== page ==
Klotho, The Genetic Spinner of Aging Destiny
Indeed, we are all destined to age, but some age better than others. Some age faster and some slower. A gene called Klotho appears to be the cause. Klotho seems a rather strange name for a gene, but it comes from the name of one of the triad of Greek Goddesses known as the Fates, those independent controllers of destiny, to whom even the gods must submit. The genetic Klotho was accidentally discovered as the missing gene that caused premature aging in a group of transgenic mutated laboratory mice. Many studies implicated of the lack of Klotho in disease processes, including kidney disease. Newer studies have shown the protective qualities the presence of Klotho provides on reducing oxidative stress, improving blood pressure and preserving the retina in the eye. Klotho can slow aging and prevent loss of mental abilities. Now the newest study shows additional Klotho promotes neuroprotection in the brain.
A team of researchers for Boston University has recently published their study findings in the Journal of Biological Chemistry showing the neuroprotective effect of Klotho against Alzheimer’s disease. They grew nerve cells in petri dishes in the laboratory. Klotho was added to some of the dishes. When amyloid, like that which is found to accumulate in the neurons of Alzheimer’s disease, was added to all the dishes, the ones with the added Klotho showed a much higher survival rate of nerve cells than the untreated dishes. Carmela Abraham, Ph.D.is the principal investigator of this study and a professor of biochemistry and pharmacology at Boston University Medical Center. She says “We now have evidence that if more Klotho is present in the brain, it will protect the neurons from the oxidative stress induced by amyloid and glutamate. Finding a neuroprotective agent that will protect nerve cells from amyloid that accumulates as a function of age in the brain is novel and of major importance.”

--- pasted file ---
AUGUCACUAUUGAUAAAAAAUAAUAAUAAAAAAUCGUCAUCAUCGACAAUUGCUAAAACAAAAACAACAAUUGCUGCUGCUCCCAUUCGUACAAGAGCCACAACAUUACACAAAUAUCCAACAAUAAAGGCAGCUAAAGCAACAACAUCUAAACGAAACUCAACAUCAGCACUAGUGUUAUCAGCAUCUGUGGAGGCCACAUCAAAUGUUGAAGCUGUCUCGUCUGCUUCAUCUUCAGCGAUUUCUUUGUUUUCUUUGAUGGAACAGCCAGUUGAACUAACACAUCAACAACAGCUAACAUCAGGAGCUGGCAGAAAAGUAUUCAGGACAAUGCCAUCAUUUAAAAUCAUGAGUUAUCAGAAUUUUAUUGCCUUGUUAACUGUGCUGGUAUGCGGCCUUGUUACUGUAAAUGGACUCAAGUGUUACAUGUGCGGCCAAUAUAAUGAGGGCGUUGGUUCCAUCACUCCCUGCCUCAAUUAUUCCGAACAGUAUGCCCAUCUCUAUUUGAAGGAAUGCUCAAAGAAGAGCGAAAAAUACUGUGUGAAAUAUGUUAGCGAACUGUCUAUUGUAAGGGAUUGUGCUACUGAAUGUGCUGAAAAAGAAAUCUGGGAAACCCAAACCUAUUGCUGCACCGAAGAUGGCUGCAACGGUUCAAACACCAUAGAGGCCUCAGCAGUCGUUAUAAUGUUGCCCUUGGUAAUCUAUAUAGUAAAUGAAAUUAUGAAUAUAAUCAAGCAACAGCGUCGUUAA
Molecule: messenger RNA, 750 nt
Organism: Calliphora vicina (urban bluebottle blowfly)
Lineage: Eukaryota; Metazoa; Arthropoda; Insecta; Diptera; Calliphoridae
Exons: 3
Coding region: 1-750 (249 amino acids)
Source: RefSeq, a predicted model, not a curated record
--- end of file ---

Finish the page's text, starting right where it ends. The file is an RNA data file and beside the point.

However, it is not possible to introduce Klotho directly as a pill or an injection as it is a large molecule that cannot cross the blood-brain barrier. A compound of smaller molecules that can cross the blood-brain barrier and increase the levels of Klotho in the brain is presently under development. Dr. Abraham believes that “increasing Klotho levels with such compounds would improve the outcome for Alzheimer’s patients, and if started early enough would prevent further deterioration. This potential treatment has implications for other neurodegenerative disease such as PARKINSON’S, Huntington’s, ALS and brain trauma, as well.”
E. Zeldich, C.-D. Chen, T. A. Colvin, E. A. Bove-Fenderson, J. Liang, T. B. Tucker Zhou, D. A. Harris, C. R. Abraham. The Neuroprotective Effect of Klotho is Mediated via Regulation of Members of the Redox System. Journal of Biological Chemistry, 2014; DOI: 10.1074/jbc.M114.567321
Review by Marcia McCall